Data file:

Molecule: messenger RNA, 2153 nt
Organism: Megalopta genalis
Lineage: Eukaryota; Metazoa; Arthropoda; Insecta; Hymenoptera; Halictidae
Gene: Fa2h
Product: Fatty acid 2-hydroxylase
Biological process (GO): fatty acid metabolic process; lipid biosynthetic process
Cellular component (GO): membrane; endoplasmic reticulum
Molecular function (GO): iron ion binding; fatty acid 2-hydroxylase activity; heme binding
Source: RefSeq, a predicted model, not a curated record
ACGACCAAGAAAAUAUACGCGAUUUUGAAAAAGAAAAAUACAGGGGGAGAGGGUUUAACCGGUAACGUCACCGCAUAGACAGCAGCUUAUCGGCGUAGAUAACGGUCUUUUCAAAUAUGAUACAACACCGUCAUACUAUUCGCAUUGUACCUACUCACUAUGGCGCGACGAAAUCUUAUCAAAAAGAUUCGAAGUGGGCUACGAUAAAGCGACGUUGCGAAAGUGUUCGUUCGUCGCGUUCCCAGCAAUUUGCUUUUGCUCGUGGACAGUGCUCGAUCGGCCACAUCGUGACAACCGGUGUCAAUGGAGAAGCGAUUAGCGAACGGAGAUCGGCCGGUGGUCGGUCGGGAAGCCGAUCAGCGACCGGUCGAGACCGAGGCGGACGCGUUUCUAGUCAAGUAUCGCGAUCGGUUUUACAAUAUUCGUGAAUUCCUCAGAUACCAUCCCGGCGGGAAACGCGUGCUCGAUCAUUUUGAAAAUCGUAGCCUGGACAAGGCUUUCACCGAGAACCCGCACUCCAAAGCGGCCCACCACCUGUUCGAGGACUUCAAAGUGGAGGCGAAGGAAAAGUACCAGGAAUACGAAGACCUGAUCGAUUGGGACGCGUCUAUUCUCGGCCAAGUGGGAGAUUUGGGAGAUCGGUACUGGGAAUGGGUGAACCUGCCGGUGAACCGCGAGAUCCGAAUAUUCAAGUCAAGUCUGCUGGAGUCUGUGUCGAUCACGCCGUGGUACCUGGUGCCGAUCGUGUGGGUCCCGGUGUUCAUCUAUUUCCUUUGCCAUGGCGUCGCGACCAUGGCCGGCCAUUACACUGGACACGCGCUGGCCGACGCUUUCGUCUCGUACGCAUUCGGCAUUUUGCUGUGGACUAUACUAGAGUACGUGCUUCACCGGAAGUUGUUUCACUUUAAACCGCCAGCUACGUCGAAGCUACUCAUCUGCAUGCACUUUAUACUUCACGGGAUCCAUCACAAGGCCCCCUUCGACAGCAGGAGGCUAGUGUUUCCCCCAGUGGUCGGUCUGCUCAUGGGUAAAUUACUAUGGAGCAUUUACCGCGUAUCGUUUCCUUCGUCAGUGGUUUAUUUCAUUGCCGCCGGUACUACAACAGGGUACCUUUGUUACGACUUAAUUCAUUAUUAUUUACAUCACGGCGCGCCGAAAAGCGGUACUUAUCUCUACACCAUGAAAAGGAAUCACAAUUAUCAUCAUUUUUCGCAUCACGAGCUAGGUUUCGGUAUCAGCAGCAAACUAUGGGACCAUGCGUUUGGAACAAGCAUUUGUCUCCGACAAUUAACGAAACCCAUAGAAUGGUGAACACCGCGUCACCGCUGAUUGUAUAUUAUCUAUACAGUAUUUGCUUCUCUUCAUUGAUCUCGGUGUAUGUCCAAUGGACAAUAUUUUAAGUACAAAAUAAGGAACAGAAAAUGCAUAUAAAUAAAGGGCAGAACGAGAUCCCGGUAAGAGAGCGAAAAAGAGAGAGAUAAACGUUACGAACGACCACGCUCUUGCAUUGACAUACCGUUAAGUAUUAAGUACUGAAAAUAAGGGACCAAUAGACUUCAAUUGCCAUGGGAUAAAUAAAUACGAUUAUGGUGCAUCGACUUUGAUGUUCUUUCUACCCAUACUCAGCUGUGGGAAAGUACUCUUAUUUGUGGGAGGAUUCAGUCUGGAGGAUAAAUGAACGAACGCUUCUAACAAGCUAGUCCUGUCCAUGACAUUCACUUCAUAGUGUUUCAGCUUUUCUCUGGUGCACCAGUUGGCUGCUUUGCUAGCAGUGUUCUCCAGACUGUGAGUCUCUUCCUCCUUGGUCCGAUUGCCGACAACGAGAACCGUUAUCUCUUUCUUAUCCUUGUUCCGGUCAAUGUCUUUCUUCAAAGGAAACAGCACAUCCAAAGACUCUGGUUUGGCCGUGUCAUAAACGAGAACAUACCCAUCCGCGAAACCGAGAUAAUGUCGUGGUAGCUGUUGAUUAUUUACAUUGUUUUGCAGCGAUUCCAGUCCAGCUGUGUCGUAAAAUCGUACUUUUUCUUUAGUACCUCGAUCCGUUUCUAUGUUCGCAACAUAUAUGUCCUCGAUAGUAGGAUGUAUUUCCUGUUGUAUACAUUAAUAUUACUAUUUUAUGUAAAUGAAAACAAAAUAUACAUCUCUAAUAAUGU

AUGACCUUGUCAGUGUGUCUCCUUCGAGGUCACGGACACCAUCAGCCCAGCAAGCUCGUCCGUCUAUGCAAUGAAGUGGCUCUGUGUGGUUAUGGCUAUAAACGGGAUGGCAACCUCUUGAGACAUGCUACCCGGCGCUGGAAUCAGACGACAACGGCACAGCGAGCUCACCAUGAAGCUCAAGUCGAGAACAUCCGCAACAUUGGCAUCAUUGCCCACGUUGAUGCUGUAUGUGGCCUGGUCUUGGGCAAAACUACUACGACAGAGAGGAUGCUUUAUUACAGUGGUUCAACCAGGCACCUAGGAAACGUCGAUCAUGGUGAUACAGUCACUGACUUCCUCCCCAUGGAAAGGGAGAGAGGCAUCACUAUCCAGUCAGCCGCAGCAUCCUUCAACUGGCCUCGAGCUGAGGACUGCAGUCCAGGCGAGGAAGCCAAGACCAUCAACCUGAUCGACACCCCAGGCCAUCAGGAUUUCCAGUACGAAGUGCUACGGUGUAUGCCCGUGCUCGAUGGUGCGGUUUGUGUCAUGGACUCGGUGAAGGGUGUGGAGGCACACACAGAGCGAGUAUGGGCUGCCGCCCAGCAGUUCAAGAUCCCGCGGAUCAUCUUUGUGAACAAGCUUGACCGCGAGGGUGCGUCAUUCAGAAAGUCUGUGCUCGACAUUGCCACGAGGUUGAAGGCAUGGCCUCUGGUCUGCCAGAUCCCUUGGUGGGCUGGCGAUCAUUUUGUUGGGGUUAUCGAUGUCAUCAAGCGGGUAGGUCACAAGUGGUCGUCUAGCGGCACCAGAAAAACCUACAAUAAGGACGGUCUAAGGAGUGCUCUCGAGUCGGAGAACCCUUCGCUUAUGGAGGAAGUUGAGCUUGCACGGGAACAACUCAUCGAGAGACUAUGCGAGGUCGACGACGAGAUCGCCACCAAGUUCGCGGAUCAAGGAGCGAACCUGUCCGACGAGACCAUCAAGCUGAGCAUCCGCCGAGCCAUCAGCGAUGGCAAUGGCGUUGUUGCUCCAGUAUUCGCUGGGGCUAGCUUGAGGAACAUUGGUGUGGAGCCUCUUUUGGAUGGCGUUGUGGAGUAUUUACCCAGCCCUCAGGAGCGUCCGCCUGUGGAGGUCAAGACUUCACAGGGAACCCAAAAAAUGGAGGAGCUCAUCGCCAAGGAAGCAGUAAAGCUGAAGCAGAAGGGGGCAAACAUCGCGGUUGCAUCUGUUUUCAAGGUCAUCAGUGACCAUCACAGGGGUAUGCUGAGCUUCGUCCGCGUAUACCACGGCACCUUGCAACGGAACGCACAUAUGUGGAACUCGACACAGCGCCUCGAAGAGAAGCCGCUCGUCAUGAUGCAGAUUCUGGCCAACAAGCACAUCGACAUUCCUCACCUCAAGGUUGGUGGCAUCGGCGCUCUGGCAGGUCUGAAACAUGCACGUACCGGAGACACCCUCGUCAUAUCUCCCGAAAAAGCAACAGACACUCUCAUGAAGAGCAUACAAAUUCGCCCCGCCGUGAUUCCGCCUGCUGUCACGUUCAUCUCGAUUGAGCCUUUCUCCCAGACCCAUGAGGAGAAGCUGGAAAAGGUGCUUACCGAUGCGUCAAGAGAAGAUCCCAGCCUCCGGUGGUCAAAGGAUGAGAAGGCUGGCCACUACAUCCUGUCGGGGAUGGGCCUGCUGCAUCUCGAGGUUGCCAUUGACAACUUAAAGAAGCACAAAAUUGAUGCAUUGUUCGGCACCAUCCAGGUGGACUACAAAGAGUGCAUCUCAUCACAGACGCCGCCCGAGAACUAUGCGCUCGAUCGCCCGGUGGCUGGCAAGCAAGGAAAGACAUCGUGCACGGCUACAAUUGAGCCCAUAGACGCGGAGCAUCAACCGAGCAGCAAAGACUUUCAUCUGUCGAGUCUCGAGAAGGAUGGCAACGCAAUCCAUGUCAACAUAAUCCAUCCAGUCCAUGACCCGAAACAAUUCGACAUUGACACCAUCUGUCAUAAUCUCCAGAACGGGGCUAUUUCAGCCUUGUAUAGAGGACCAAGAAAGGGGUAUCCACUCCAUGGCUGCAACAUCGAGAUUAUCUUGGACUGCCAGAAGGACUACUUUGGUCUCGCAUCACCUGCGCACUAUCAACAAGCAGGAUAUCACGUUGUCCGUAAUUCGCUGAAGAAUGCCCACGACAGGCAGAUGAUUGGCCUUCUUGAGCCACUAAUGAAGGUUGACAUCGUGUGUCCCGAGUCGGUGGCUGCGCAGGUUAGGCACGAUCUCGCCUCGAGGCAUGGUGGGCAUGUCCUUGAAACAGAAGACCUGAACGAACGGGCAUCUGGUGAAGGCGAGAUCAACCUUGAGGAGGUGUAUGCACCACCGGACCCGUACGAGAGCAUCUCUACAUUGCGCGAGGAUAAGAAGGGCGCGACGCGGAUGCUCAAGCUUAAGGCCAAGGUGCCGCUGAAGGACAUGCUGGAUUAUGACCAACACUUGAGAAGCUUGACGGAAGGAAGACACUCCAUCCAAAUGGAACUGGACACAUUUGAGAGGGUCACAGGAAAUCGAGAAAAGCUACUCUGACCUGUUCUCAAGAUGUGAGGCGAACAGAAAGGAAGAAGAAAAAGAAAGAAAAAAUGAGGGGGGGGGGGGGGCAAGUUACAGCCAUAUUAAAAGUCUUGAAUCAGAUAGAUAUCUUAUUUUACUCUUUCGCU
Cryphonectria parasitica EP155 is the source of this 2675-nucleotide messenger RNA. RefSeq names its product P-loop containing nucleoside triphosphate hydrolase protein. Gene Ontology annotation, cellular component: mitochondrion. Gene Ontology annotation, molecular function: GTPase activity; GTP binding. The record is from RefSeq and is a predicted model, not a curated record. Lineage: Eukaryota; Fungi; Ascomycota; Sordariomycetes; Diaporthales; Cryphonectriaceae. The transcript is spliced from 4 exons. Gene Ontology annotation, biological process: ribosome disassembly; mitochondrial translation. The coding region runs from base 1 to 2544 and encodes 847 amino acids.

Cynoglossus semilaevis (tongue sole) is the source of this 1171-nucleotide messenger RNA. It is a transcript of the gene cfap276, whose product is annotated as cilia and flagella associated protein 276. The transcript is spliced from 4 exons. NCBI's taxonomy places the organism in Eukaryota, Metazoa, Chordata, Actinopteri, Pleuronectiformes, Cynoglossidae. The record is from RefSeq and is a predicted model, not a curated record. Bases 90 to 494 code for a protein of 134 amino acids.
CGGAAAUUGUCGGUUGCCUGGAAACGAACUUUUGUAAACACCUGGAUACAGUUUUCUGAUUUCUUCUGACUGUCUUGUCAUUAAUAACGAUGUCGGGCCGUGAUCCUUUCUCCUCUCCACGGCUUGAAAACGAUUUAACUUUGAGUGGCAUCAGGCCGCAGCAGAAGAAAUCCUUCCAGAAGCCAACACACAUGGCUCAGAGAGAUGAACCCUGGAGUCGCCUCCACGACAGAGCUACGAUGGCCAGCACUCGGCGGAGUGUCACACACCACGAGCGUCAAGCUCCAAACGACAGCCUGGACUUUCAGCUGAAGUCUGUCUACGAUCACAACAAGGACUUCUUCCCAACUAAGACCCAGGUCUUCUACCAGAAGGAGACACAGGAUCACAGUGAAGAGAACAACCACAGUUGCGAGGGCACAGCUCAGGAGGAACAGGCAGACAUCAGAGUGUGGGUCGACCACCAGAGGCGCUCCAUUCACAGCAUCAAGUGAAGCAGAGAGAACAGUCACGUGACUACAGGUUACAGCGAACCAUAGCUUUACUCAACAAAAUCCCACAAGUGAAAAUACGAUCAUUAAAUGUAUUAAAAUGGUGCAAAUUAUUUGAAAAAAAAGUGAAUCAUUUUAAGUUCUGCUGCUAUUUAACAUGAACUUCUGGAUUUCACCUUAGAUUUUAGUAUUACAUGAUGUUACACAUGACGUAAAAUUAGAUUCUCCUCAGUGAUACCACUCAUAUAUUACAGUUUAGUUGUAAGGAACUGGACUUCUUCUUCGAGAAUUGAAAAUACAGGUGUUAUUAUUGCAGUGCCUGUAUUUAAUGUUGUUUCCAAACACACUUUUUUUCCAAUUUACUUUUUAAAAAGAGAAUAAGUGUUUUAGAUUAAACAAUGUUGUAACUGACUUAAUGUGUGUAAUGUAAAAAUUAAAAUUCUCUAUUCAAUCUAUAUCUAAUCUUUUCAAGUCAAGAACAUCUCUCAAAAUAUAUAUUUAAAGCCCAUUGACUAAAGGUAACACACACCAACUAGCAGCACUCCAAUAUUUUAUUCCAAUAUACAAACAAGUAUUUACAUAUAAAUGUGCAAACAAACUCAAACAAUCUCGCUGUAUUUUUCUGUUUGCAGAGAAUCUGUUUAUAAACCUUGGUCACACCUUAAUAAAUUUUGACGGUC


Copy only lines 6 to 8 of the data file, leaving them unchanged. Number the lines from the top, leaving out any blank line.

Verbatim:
Biological process (GO): fatty acid metabolic process; lipid biosynthetic process
Cellular component (GO): membrane; endoplasmic reticulum
Molecular function (GO): iron ion binding; fatty acid 2-hydroxylase activity; heme binding